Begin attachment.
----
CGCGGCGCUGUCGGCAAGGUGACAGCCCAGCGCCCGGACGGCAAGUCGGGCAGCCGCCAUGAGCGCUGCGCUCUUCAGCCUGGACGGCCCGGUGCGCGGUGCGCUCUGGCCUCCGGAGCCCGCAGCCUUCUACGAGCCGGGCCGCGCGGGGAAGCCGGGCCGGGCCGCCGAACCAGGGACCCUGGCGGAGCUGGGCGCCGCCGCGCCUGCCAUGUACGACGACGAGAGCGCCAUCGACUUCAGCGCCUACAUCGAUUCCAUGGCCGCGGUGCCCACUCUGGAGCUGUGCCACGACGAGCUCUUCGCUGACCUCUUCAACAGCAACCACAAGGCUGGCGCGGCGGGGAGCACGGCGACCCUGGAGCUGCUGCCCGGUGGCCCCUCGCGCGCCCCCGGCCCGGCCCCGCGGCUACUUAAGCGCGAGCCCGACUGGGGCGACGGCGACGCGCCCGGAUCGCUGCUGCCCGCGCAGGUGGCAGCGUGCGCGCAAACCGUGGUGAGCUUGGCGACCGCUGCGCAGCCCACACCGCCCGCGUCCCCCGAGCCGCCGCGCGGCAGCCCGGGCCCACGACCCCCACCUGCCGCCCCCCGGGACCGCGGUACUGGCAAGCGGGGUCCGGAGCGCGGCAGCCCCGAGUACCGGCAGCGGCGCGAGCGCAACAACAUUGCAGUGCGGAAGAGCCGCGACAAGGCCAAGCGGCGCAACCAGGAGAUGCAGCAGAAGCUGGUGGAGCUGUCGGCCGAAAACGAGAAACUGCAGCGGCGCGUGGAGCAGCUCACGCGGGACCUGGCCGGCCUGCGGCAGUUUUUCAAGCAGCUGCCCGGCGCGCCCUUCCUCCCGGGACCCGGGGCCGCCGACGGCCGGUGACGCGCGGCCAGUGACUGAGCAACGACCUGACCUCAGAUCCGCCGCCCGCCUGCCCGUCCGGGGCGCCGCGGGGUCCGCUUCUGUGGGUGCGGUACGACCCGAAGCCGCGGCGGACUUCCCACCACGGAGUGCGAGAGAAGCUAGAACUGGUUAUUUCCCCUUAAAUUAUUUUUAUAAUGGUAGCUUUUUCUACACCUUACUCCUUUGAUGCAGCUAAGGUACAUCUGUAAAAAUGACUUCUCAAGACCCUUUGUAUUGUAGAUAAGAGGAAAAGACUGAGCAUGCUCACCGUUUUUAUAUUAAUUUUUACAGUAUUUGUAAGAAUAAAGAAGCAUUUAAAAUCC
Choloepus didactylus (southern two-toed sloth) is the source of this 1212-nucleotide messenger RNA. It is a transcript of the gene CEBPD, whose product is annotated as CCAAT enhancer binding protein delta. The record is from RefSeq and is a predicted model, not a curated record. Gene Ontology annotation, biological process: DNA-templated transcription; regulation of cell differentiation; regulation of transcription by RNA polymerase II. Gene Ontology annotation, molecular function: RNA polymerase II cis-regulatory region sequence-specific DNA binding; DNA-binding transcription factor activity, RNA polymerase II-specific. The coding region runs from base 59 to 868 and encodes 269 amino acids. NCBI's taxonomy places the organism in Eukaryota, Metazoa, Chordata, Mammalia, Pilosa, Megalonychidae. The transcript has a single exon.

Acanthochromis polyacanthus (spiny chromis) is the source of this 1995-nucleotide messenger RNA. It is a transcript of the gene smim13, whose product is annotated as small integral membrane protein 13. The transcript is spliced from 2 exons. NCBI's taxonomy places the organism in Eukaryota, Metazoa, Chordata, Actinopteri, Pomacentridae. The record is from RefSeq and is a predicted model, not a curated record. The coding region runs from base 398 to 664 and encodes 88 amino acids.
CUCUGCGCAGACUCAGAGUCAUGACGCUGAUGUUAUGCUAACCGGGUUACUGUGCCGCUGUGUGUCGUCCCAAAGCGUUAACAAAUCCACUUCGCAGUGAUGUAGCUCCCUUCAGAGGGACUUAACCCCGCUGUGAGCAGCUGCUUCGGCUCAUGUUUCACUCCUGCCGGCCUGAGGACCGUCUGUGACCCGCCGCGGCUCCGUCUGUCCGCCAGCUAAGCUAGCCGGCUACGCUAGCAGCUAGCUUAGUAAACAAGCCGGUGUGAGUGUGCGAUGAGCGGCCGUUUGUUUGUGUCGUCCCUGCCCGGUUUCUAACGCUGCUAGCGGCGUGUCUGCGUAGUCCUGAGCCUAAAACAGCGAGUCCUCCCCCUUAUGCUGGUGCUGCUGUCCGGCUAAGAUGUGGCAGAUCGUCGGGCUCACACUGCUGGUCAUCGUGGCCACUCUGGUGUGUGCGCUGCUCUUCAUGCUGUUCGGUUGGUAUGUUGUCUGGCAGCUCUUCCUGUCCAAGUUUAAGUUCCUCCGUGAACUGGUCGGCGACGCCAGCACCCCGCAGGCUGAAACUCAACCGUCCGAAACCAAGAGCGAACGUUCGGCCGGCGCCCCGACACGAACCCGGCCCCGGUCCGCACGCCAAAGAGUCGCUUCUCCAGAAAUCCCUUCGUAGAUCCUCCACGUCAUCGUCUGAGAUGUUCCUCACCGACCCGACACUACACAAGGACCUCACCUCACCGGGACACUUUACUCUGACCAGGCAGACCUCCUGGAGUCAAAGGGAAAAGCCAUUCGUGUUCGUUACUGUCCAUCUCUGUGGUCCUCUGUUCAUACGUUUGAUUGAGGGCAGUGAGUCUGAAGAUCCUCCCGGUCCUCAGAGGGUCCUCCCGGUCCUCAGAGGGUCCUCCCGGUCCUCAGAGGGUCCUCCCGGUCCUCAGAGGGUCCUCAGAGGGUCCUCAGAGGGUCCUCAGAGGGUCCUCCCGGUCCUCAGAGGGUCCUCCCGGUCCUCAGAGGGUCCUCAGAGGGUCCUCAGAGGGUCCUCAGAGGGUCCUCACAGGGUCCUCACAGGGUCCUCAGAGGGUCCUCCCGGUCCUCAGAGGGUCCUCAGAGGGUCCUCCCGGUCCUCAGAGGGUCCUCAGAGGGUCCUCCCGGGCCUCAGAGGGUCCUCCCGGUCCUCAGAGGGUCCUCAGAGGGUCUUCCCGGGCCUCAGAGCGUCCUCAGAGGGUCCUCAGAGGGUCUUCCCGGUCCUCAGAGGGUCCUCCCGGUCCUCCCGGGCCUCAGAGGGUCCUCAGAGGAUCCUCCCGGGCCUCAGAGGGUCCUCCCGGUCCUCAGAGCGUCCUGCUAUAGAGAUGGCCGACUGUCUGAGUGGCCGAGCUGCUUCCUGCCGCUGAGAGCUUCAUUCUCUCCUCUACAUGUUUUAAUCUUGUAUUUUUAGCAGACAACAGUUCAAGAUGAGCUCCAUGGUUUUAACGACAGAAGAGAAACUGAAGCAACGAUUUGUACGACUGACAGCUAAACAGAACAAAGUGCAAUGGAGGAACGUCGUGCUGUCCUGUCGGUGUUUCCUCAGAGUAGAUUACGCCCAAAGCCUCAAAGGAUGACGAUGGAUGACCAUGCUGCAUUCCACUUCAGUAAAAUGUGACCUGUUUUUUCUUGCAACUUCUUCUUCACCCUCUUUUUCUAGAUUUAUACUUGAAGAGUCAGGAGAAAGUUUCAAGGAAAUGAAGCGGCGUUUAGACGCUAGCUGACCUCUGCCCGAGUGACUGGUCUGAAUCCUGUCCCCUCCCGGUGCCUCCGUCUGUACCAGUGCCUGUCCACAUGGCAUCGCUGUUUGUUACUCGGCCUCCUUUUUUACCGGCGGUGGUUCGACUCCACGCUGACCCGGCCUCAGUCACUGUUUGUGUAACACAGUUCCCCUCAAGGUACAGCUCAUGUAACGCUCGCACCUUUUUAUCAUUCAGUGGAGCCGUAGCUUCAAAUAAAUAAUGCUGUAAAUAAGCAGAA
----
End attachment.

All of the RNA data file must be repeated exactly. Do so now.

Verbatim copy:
CGCGGCGCUGUCGGCAAGGUGACAGCCCAGCGCCCGGACGGCAAGUCGGGCAGCCGCCAUGAGCGCUGCGCUCUUCAGCCUGGACGGCCCGGUGCGCGGUGCGCUCUGGCCUCCGGAGCCCGCAGCCUUCUACGAGCCGGGCCGCGCGGGGAAGCCGGGCCGGGCCGCCGAACCAGGGACCCUGGCGGAGCUGGGCGCCGCCGCGCCUGCCAUGUACGACGACGAGAGCGCCAUCGACUUCAGCGCCUACAUCGAUUCCAUGGCCGCGGUGCCCACUCUGGAGCUGUGCCACGACGAGCUCUUCGCUGACCUCUUCAACAGCAACCACAAGGCUGGCGCGGCGGGGAGCACGGCGACCCUGGAGCUGCUGCCCGGUGGCCCCUCGCGCGCCCCCGGCCCGGCCCCGCGGCUACUUAAGCGCGAGCCCGACUGGGGCGACGGCGACGCGCCCGGAUCGCUGCUGCCCGCGCAGGUGGCAGCGUGCGCGCAAACCGUGGUGAGCUUGGCGACCGCUGCGCAGCCCACACCGCCCGCGUCCCCCGAGCCGCCGCGCGGCAGCCCGGGCCCACGACCCCCACCUGCCGCCCCCCGGGACCGCGGUACUGGCAAGCGGGGUCCGGAGCGCGGCAGCCCCGAGUACCGGCAGCGGCGCGAGCGCAACAACAUUGCAGUGCGGAAGAGCCGCGACAAGGCCAAGCGGCGCAACCAGGAGAUGCAGCAGAAGCUGGUGGAGCUGUCGGCCGAAAACGAGAAACUGCAGCGGCGCGUGGAGCAGCUCACGCGGGACCUGGCCGGCCUGCGGCAGUUUUUCAAGCAGCUGCCCGGCGCGCCCUUCCUCCCGGGACCCGGGGCCGCCGACGGCCGGUGACGCGCGGCCAGUGACUGAGCAACGACCUGACCUCAGAUCCGCCGCCCGCCUGCCCGUCCGGGGCGCCGCGGGGUCCGCUUCUGUGGGUGCGGUACGACCCGAAGCCGCGGCGGACUUCCCACCACGGAGUGCGAGAGAAGCUAGAACUGGUUAUUUCCCCUUAAAUUAUUUUUAUAAUGGUAGCUUUUUCUACACCUUACUCCUUUGAUGCAGCUAAGGUACAUCUGUAAAAAUGACUUCUCAAGACCCUUUGUAUUGUAGAUAAGAGGAAAAGACUGAGCAUGCUCACCGUUUUUAUAUUAAUUUUUACAGUAUUUGUAAGAAUAAAGAAGCAUUUAAAAUCC
Choloepus didactylus (southern two-toed sloth) is the source of this 1212-nucleotide messenger RNA. It is a transcript of the gene CEBPD, whose product is annotated as CCAAT enhancer binding protein delta. The record is from RefSeq and is a predicted model, not a curated record. Gene Ontology annotation, biological process: DNA-templated transcription; regulation of cell differentiation; regulation of transcription by RNA polymerase II. Gene Ontology annotation, molecular function: RNA polymerase II cis-regulatory region sequence-specific DNA binding; DNA-binding transcription factor activity, RNA polymerase II-specific. The coding region runs from base 59 to 868 and encodes 269 amino acids. NCBI's taxonomy places the organism in Eukaryota, Metazoa, Chordata, Mammalia, Pilosa, Megalonychidae. The transcript has a single exon.

Acanthochromis polyacanthus (spiny chromis) is the source of this 1995-nucleotide messenger RNA. It is a transcript of the gene smim13, whose product is annotated as small integral membrane protein 13. The transcript is spliced from 2 exons. NCBI's taxonomy places the organism in Eukaryota, Metazoa, Chordata, Actinopteri, Pomacentridae. The record is from RefSeq and is a predicted model, not a curated record. The coding region runs from base 398 to 664 and encodes 88 amino acids.
CUCUGCGCAGACUCAGAGUCAUGACGCUGAUGUUAUGCUAACCGGGUUACUGUGCCGCUGUGUGUCGUCCCAAAGCGUUAACAAAUCCACUUCGCAGUGAUGUAGCUCCCUUCAGAGGGACUUAACCCCGCUGUGAGCAGCUGCUUCGGCUCAUGUUUCACUCCUGCCGGCCUGAGGACCGUCUGUGACCCGCCGCGGCUCCGUCUGUCCGCCAGCUAAGCUAGCCGGCUACGCUAGCAGCUAGCUUAGUAAACAAGCCGGUGUGAGUGUGCGAUGAGCGGCCGUUUGUUUGUGUCGUCCCUGCCCGGUUUCUAACGCUGCUAGCGGCGUGUCUGCGUAGUCCUGAGCCUAAAACAGCGAGUCCUCCCCCUUAUGCUGGUGCUGCUGUCCGGCUAAGAUGUGGCAGAUCGUCGGGCUCACACUGCUGGUCAUCGUGGCCACUCUGGUGUGUGCGCUGCUCUUCAUGCUGUUCGGUUGGUAUGUUGUCUGGCAGCUCUUCCUGUCCAAGUUUAAGUUCCUCCGUGAACUGGUCGGCGACGCCAGCACCCCGCAGGCUGAAACUCAACCGUCCGAAACCAAGAGCGAACGUUCGGCCGGCGCCCCGACACGAACCCGGCCCCGGUCCGCACGCCAAAGAGUCGCUUCUCCAGAAAUCCCUUCGUAGAUCCUCCACGUCAUCGUCUGAGAUGUUCCUCACCGACCCGACACUACACAAGGACCUCACCUCACCGGGACACUUUACUCUGACCAGGCAGACCUCCUGGAGUCAAAGGGAAAAGCCAUUCGUGUUCGUUACUGUCCAUCUCUGUGGUCCUCUGUUCAUACGUUUGAUUGAGGGCAGUGAGUCUGAAGAUCCUCCCGGUCCUCAGAGGGUCCUCCCGGUCCUCAGAGGGUCCUCCCGGUCCUCAGAGGGUCCUCCCGGUCCUCAGAGGGUCCUCAGAGGGUCCUCAGAGGGUCCUCAGAGGGUCCUCCCGGUCCUCAGAGGGUCCUCCCGGUCCUCAGAGGGUCCUCAGAGGGUCCUCAGAGGGUCCUCAGAGGGUCCUCACAGGGUCCUCACAGGGUCCUCAGAGGGUCCUCCCGGUCCUCAGAGGGUCCUCAGAGGGUCCUCCCGGUCCUCAGAGGGUCCUCAGAGGGUCCUCCCGGGCCUCAGAGGGUCCUCCCGGUCCUCAGAGGGUCCUCAGAGGGUCUUCCCGGGCCUCAGAGCGUCCUCAGAGGGUCCUCAGAGGGUCUUCCCGGUCCUCAGAGGGUCCUCCCGGUCCUCCCGGGCCUCAGAGGGUCCUCAGAGGAUCCUCCCGGGCCUCAGAGGGUCCUCCCGGUCCUCAGAGCGUCCUGCUAUAGAGAUGGCCGACUGUCUGAGUGGCCGAGCUGCUUCCUGCCGCUGAGAGCUUCAUUCUCUCCUCUACAUGUUUUAAUCUUGUAUUUUUAGCAGACAACAGUUCAAGAUGAGCUCCAUGGUUUUAACGACAGAAGAGAAACUGAAGCAACGAUUUGUACGACUGACAGCUAAACAGAACAAAGUGCAAUGGAGGAACGUCGUGCUGUCCUGUCGGUGUUUCCUCAGAGUAGAUUACGCCCAAAGCCUCAAAGGAUGACGAUGGAUGACCAUGCUGCAUUCCACUUCAGUAAAAUGUGACCUGUUUUUUCUUGCAACUUCUUCUUCACCCUCUUUUUCUAGAUUUAUACUUGAAGAGUCAGGAGAAAGUUUCAAGGAAAUGAAGCGGCGUUUAGACGCUAGCUGACCUCUGCCCGAGUGACUGGUCUGAAUCCUGUCCCCUCCCGGUGCCUCCGUCUGUACCAGUGCCUGUCCACAUGGCAUCGCUGUUUGUUACUCGGCCUCCUUUUUUACCGGCGGUGGUUCGACUCCACGCUGACCCGGCCUCAGUCACUGUUUGUGUAACACAGUUCCCCUCAAGGUACAGCUCAUGUAACGCUCGCACCUUUUUAUCAUUCAGUGGAGCCGUAGCUUCAAAUAAAUAAUGCUGUAAAUAAGCAGAA